“Something is Different” by Before the Wind

As I writer I have learned so much this semester in creative writing. I have gone from writing very boring, cookie cutter essays to elaborate stories. I always was a writer who followed the formatting outline but now I am not afraid to stray away from traditional formatting. Which I think will be a very important skill to have later in life because no one is going to want to enjoy reading something that is written the exact same way as 90 other students. I have learned how to make my overall messages more subtle which makes my writing seem more mature. I think that I have improved my writing tremendously this semester!

I really enjoy the original piece “The Boy Was Happy” , it was a piece that I spent a lot of time working on the imagery for it. I felt like when I read the story I was taken to the baseball fields and time had frozen, and I was enjoying myself. I chose to do a follow up piece, like a flash forward to when the boy has grown up into a man. I think this new piece represents quite literally how I have matured as a writer. Since the piece goes from the point of view of a young boy to a more mature man, it kind of symbolize my growth as a writer. “Something is Different” is a honest, reflection of how things can change when you grow up doing the same thing all the time.

 

“Something is Different”

         He was never one for cliches, in fact he hated that he was one. He is the boy from the small town that no one has ever heard of, to small to be on any map. The boy who loved baseball so much, and his favorite day of the year is the day they got to go to the baseball game. Since his family never had much money they could only afford to go to one game a year, but that never mattered because that one day gave him something to look forward too.

He hates that he now practically lives at the baseball field. The field is his home, but it isn’t the same sense of belonging he felt when he was a kid. Now it feels like the small town that he worked so hard to get out of.

He wants to stop, he wants to quit. He can’t though because he fears what his parents will think. They gave up so much to help him reach his outlandish dreams. When he got his contract with the team his parents were probably more excited than he was. He can only imagine the horrified looks on their face when he tells them that he doesn’t want to renew his contract.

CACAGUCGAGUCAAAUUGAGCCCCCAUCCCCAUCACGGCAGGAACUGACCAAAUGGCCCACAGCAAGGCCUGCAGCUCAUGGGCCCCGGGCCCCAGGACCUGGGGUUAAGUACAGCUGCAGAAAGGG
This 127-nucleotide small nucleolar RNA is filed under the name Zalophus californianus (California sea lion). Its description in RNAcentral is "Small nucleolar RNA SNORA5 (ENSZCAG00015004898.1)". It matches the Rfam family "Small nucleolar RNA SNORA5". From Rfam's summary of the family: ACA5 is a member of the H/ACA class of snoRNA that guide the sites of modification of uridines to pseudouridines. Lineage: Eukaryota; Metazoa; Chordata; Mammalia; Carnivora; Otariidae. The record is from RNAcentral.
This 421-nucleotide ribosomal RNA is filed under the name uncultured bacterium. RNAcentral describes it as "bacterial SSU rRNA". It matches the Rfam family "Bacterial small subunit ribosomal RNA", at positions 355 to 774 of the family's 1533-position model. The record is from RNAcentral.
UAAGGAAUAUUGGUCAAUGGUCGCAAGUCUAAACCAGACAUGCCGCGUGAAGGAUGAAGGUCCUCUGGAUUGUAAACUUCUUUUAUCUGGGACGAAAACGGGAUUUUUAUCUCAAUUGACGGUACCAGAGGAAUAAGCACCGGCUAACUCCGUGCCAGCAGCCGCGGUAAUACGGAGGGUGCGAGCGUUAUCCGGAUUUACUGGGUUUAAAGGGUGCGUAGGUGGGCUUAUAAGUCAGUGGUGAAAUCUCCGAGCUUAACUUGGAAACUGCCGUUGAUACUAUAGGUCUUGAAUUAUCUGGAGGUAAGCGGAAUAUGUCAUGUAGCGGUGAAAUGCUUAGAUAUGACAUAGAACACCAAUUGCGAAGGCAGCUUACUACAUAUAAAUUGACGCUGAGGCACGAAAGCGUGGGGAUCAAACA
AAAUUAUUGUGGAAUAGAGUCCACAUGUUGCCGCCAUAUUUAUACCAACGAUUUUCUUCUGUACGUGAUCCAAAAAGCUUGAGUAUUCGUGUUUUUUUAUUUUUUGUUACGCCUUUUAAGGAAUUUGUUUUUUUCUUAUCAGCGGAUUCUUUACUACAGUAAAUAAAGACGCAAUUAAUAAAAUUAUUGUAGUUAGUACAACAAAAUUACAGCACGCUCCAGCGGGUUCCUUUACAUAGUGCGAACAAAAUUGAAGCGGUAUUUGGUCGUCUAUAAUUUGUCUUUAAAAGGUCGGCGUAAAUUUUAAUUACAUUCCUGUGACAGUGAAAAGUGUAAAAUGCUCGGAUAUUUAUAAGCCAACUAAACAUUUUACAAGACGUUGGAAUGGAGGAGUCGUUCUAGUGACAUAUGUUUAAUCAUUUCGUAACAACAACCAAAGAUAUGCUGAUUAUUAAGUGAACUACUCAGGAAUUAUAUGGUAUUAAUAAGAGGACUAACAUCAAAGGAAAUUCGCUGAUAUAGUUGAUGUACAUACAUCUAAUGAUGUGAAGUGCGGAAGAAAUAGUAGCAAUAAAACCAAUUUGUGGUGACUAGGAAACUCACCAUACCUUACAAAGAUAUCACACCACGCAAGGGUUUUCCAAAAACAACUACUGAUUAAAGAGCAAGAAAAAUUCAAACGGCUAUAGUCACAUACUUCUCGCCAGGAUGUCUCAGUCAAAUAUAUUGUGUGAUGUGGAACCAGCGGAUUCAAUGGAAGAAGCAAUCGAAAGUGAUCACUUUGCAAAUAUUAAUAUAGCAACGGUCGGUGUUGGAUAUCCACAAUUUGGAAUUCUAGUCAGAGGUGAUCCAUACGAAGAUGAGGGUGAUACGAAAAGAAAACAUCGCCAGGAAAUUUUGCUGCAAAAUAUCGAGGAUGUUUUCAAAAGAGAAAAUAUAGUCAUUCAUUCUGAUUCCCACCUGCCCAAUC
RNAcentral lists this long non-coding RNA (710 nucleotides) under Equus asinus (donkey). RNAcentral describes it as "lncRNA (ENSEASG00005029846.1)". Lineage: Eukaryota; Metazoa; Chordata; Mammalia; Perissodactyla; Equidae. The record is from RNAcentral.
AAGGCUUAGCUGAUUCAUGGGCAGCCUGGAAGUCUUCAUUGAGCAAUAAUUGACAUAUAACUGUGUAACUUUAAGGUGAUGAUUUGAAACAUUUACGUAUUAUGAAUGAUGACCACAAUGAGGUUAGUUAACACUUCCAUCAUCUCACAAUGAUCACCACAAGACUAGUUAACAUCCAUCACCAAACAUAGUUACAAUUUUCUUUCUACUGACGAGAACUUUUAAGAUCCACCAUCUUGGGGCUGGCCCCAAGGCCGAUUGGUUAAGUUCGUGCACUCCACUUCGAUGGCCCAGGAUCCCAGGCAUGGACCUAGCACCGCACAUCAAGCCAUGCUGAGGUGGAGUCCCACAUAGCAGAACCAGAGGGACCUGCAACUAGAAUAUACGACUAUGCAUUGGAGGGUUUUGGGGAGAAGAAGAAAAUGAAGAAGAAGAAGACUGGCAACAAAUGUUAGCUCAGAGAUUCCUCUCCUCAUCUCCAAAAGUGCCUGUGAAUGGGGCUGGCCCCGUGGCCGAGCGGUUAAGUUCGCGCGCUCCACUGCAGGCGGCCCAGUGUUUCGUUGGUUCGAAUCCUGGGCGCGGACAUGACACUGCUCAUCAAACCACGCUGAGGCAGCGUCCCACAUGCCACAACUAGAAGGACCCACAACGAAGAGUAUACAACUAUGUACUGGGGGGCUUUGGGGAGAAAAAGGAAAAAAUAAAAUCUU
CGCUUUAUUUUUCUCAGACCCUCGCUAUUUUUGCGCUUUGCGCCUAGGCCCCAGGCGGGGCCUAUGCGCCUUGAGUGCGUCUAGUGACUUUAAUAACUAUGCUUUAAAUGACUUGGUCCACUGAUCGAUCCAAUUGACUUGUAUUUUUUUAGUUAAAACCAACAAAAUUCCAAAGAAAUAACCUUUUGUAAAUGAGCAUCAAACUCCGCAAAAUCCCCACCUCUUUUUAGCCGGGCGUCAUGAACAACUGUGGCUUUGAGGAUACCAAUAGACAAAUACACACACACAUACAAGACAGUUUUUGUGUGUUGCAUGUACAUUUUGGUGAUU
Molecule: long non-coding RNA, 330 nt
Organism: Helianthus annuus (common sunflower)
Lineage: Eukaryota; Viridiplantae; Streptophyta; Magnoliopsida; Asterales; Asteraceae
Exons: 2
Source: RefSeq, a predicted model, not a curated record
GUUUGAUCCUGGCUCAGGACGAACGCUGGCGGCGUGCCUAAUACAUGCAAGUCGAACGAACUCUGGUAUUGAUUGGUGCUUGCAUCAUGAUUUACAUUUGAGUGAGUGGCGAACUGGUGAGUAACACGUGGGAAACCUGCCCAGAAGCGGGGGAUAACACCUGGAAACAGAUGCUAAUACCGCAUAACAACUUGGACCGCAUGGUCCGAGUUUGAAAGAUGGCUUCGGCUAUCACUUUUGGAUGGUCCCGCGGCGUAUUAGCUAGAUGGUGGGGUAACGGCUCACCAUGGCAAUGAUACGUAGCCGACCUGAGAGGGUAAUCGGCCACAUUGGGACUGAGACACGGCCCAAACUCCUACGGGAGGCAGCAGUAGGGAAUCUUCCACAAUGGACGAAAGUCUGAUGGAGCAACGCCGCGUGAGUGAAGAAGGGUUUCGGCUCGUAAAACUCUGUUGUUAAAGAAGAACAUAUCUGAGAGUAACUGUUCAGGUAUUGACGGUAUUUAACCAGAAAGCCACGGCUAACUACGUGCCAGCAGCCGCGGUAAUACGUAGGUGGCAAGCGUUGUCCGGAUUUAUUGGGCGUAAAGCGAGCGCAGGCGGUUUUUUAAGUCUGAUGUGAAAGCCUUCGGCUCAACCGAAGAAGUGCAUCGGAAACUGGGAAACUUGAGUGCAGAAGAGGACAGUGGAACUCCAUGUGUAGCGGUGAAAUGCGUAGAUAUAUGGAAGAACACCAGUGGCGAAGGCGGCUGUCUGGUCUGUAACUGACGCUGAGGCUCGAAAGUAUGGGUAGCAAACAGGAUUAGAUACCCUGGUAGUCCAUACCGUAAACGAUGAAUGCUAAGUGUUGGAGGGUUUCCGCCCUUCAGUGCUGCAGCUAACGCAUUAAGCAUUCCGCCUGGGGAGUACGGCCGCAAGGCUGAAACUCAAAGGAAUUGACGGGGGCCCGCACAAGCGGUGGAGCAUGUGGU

As he sits in a seat all the way up in the stadium, the seat that he use to sit in as a little kid.He wonders what went wrong. How did it end up like this, were he doesn’t mind if he doesn’t play or he doesn’t care if they win. As a little kid he loved everything about the baseball park, the game of course, but also the way the air smelled. The smell of hotdogs and cotton candy. He even use to like the way the chairs were hard to pull down because of the layers of gum that has solidified on the hinges. Or the way it always seemed to be about ten degrees hotter inside the stadium. Or the way strangers were always rubbing against you, or the way you become friends with those strangers.

Now it’s strangers wanting to take pictures and congratulate you on a job well done. Or fans from the other team yelling at you and telling you how horrible of a player you are. He never was one to let that get to him, but now it seems like every word is like a dagger to the heart. Each word pushes the dagger a little deeper into his heart, and now it threatening to completely shatter his heart. He knows that he can’t continue to play because his love for this sport will soon turn to hate.

He knows that he has to answer them soon, and he can’t continue to keep them waiting. He struggles with the thought of having to tell his parents, he will feel so guilty if he throws away what they all gave up so much for. Maybe he can teach himself to love the sport again. Yet again can you teach yourself to love something.

He pulled out his phone with such reluctancy that is seemed as though someone else was in control of his arm. As he dialed the number the time between each click of the numbers increased as if he was trying to give himself time to back out of it. He knew what he had to do, and hopefully it won’t turn out as bad. As he hung up the phone, he sauntered out of the stadium with his head hanging low. He walked out of the stadium and to his car, knowing that his decision has been made and there is no going back now.

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